It works! Okay, back up a little. Getting a PHP web interface to talk to hardware proved to be rather difficult. You need root access to control hardware but the web service runs with minimal permissions. So how does one bridge the gap without compromising the system? The answer, very carefully. I found a few workarounds but they involved either using MySQL or the gpio-admin library that works from commandline or shell scripts. In my case I wanted to stay with using C programs with the wiringPi library being called from PHP. C is much faster to control GPIO and PHP gives me a web front end. Here is how I did it.
First the PHP process needs a way to run the binary as root. In this example, I am using the blink.c program. The way we do this at the command line is “sudo” but this required a password and PHP wouldn’t be able to do that without exposing your password. What we do know is apache/lighttpd is running at the user “www-data”. Hmm, what can we do there?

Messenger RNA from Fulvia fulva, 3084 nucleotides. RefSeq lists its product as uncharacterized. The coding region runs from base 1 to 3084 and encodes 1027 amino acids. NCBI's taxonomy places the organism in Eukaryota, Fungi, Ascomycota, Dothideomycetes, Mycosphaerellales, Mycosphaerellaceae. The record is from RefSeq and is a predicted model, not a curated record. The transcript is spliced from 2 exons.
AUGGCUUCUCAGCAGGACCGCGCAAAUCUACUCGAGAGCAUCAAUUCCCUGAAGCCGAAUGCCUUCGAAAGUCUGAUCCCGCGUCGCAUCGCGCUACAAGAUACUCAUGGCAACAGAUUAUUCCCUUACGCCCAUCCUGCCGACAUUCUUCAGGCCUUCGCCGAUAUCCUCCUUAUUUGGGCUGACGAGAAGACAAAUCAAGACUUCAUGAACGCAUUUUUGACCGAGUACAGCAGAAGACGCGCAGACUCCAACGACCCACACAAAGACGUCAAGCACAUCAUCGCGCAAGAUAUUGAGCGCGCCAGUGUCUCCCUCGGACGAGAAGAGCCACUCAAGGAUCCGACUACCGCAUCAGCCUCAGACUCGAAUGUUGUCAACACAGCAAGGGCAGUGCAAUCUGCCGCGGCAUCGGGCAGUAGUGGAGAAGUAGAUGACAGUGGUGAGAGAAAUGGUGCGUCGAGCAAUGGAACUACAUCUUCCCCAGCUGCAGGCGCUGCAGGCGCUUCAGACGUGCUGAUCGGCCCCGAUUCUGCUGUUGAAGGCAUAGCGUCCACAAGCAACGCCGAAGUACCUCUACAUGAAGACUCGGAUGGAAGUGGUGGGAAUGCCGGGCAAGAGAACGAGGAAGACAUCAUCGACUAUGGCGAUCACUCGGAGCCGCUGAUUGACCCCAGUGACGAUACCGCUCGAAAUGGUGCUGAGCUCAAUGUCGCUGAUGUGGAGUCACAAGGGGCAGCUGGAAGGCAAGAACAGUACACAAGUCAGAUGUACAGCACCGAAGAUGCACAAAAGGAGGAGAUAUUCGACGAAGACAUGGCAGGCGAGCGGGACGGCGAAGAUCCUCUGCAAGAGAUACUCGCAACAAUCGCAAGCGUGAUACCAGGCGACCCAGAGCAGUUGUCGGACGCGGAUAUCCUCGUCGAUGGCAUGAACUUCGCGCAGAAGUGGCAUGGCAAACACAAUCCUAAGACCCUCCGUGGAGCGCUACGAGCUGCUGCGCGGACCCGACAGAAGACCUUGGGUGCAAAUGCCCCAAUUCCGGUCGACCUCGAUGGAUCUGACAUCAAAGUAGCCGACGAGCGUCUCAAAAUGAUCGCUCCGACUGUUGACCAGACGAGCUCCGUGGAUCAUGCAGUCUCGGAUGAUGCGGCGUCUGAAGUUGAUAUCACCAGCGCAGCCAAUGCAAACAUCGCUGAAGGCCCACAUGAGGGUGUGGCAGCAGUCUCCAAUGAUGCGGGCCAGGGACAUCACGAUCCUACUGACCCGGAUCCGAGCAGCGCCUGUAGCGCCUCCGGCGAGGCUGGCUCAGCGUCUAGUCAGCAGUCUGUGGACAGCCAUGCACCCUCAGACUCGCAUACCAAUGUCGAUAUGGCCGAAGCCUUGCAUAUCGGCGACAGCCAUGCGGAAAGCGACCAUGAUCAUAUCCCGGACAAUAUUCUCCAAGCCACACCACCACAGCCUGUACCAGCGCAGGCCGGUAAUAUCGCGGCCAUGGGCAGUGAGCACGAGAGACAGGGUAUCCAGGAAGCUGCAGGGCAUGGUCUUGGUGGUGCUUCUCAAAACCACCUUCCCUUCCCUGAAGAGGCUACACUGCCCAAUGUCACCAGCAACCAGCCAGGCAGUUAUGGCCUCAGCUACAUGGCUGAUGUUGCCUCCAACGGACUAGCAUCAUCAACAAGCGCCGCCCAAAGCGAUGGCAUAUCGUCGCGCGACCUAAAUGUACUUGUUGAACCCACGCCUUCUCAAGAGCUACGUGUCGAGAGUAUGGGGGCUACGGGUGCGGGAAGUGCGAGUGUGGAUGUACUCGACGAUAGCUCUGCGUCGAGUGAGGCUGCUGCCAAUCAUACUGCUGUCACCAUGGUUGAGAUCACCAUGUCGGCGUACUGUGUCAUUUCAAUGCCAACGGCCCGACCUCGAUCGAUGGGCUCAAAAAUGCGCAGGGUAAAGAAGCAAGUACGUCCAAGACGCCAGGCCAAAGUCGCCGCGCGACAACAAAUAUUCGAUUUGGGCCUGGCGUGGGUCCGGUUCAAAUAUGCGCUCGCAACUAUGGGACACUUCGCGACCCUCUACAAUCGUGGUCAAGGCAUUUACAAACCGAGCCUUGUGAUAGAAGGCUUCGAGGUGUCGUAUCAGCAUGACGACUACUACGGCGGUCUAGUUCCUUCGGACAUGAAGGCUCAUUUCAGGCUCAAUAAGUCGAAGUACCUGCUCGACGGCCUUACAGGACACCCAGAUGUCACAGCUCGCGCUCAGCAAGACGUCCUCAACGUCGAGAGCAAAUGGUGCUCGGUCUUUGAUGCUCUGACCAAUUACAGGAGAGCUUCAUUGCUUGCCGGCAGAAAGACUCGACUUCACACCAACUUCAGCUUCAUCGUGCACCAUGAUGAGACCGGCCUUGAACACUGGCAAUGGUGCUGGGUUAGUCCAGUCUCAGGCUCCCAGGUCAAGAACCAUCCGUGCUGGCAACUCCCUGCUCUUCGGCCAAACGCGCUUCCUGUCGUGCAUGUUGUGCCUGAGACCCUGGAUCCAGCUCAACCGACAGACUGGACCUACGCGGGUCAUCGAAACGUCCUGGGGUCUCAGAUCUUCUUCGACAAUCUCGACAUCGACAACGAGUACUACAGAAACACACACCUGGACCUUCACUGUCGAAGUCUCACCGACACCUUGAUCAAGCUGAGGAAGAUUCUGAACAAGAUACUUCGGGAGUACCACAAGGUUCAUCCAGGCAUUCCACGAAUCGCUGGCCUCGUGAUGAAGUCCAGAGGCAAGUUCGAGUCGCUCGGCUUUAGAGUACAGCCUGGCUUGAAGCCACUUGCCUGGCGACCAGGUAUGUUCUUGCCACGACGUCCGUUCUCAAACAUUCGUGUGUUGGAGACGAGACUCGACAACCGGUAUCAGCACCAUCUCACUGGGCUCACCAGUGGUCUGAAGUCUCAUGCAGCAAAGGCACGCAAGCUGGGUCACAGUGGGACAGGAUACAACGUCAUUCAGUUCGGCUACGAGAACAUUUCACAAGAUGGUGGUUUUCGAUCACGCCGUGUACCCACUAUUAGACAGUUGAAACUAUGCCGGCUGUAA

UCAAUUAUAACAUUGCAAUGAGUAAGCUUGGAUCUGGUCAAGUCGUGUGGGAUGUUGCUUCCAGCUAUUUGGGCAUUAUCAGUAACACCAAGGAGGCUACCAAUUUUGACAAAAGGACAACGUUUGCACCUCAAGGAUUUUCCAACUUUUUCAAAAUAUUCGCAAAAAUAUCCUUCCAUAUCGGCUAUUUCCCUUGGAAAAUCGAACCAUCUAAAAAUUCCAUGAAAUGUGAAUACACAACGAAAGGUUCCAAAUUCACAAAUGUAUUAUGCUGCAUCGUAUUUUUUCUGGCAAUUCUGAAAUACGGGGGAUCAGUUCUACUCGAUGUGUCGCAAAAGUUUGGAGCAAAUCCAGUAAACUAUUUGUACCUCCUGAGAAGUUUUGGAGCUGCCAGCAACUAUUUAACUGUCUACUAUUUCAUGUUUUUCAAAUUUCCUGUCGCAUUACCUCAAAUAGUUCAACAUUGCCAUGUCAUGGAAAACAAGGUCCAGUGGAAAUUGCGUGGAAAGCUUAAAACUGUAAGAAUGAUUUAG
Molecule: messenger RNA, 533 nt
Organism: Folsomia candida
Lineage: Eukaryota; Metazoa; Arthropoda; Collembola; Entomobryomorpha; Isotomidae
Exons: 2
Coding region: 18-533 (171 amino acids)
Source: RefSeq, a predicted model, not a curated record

- Create a blink.c and compile it. If you need help look at this post Raspberry Pi CommandIR and Beyond
- Edit the sudoers file.
- sudo visudo
- Under “User privilege specification” add this
- www-data ALL=NOPASSWD: /path/to/binary, /path/to/another/binary
- Save and exit (had a hard time with this for some reason, I used ESC CTRL-C Y ENTER CRTL-C CTRL-C(Looks like Wheezy works the normal way for nano)
- Then in your PHP script you can call it like this
- $result=exec(‘sudo /path/to/binary’);
print ('Blinking LED...');
$result=exec('sudo gpio/blink'); //or ('sudo gpio/blink > /dev/null &')
<FORM NAME="blink" Method='POST'>
<button name="blink">Blink LED</button>
Just copy and paste this code into a PHP file (blink.php) and save it to the root of your web folder. It should should be /var/www/.
Here are the links to the other options if they work for you:
In case you are using python which uses GPIO-Admin
Edit: If you want it to blink the LED in the background and return control to the webpage right away change
$result=exec(‘sudo gpio/blink > /dev/null &’);